“It looked as though an animal was trying to get out of the ground […] There was a big explosion, and a huge flame started coming from the hillside […] The flame was unbelievably big, about three hundred meters high. It was surrounded by dense, black smoke, and lots of mud was being thrown into the air,” recounted a local. Visible from 15 kilometers (nine miles) away, three days later the flames were still burning.
What had taken place was an eruption, not one of magma, but of mud. Known as “mud volcanoes,” they form in places where pockets of underground gas have found a weak spot in the earth where they can force their way to the surface. Because they are not caused by magma, the mud volcanoes, rather than being hot, can be very cold indeed, often just above freezing. Over a thousand mud volcanoes are known to exist in the world, and some 400 of those are in the coastal area of Azerbaijan.
While mud volcanoes (also known as “sedimentary volcanoes”) never grow to the size of a normal volcano, topping out at around 10 km in diameter and 700 meters in height, (among the largest mud volcanoes in the world are Boyuk Khanizadagh and Turaghai, both in Azerbaijan) they do occasionally get the chance to show off, as happened in 2001.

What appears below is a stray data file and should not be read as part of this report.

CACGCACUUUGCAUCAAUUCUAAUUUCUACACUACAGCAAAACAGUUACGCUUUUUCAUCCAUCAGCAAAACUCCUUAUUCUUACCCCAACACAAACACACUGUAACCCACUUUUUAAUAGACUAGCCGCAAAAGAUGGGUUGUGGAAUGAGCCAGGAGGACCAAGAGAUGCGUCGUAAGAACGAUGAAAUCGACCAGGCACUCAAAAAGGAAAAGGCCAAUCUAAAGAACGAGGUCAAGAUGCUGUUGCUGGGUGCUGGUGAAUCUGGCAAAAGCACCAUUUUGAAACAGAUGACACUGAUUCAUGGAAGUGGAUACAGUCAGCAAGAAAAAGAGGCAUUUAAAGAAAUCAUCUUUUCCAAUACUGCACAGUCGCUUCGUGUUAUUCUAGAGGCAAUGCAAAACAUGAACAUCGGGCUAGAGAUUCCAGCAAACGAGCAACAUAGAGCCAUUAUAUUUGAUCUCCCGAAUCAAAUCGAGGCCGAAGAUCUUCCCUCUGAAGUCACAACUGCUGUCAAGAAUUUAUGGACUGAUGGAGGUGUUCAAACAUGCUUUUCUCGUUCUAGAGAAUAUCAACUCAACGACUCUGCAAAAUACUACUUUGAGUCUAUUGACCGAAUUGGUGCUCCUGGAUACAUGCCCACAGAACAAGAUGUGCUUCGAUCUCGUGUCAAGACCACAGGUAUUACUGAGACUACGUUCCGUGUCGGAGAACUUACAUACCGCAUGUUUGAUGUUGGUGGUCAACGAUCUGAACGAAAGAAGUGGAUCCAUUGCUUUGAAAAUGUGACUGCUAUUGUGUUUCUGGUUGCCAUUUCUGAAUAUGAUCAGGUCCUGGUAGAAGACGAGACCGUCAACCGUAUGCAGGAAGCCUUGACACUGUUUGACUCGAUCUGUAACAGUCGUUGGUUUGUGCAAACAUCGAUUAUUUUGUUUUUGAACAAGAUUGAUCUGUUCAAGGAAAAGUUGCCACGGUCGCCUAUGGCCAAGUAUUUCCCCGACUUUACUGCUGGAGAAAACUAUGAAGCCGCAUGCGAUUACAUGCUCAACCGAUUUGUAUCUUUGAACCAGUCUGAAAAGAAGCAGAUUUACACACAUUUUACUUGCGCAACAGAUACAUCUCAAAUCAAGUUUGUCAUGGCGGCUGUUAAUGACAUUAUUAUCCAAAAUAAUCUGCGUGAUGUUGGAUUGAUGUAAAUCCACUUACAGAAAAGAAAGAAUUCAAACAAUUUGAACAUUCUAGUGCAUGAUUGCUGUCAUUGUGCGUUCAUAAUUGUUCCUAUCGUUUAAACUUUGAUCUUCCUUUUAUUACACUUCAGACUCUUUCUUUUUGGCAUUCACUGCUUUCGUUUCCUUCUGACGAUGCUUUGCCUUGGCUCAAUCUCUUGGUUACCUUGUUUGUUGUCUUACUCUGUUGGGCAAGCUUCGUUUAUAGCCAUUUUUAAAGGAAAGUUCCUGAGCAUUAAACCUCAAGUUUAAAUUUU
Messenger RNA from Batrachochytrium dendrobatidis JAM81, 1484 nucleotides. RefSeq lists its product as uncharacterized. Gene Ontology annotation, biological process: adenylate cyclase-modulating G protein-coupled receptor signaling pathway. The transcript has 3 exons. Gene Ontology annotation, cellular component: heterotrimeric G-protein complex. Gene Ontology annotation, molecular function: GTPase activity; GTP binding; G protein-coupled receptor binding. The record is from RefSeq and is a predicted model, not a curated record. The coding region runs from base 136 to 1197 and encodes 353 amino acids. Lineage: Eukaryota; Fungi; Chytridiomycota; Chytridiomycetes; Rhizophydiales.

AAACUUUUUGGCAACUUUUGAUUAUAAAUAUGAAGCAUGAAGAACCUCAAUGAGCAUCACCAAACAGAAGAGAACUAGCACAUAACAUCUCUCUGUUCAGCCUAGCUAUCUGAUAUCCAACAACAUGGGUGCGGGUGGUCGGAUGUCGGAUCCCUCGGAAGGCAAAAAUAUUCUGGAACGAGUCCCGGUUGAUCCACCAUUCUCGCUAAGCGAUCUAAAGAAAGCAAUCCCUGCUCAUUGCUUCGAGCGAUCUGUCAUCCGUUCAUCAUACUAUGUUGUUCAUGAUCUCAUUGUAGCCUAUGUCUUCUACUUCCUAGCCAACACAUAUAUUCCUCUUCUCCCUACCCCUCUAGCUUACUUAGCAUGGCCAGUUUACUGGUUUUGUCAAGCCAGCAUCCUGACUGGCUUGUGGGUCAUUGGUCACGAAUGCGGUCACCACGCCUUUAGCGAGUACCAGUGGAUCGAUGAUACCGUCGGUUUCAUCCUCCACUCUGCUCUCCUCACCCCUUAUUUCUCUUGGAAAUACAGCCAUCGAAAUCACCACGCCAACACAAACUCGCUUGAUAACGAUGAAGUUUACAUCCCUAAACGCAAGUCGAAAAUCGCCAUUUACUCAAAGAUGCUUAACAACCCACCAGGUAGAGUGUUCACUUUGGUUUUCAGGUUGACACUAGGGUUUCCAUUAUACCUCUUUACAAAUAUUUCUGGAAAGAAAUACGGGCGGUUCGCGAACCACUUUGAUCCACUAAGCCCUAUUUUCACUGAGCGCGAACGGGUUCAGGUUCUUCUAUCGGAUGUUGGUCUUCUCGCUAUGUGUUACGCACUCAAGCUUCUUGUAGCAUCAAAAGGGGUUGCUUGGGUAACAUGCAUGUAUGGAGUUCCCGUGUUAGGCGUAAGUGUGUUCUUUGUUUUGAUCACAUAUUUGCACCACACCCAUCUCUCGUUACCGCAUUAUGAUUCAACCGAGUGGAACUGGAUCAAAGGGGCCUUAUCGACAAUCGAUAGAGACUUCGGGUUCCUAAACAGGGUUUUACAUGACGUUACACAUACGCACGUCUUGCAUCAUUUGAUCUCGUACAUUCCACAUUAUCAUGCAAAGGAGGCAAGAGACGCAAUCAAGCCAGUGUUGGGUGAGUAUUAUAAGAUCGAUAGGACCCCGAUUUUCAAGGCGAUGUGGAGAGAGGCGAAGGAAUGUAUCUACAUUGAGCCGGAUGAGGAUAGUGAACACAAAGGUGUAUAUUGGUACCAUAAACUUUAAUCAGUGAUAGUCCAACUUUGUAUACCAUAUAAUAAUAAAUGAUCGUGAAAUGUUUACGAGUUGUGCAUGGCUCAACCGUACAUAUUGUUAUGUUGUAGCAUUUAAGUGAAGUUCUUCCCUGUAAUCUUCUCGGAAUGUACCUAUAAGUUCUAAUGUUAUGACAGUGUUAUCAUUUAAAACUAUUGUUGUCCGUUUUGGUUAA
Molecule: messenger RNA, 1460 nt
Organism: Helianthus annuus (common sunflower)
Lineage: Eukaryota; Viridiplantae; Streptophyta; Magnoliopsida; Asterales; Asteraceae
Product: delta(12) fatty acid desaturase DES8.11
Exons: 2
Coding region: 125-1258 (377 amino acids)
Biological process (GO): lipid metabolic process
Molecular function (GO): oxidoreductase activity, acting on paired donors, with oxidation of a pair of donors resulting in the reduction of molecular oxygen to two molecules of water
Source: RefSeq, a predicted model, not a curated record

Every 20 years or so, one of these mud/gas volcanoes will ignite deep below the surface and create a massive explosion. While generally not dangerous to people, as they are far outside of most city centers, it is believed that six shepherds and over 2,000 sheep were killed by a mud volcano in Bozdagh, Azerbaijan.
There is a silver lining to having a country covered in mud volcanoes. Mud volcanoes are closely associated with hydrocarbon and petrochemical stores underground, hence the gas trying to escape to the surface. A few of these gas leaks are constantly on fire, shooting small perpetual flames into the air and some believe that these perpetual flames are strongly connected to the appearance of the Zoroastrian religion in Azerbaijan some 2,000 years ago.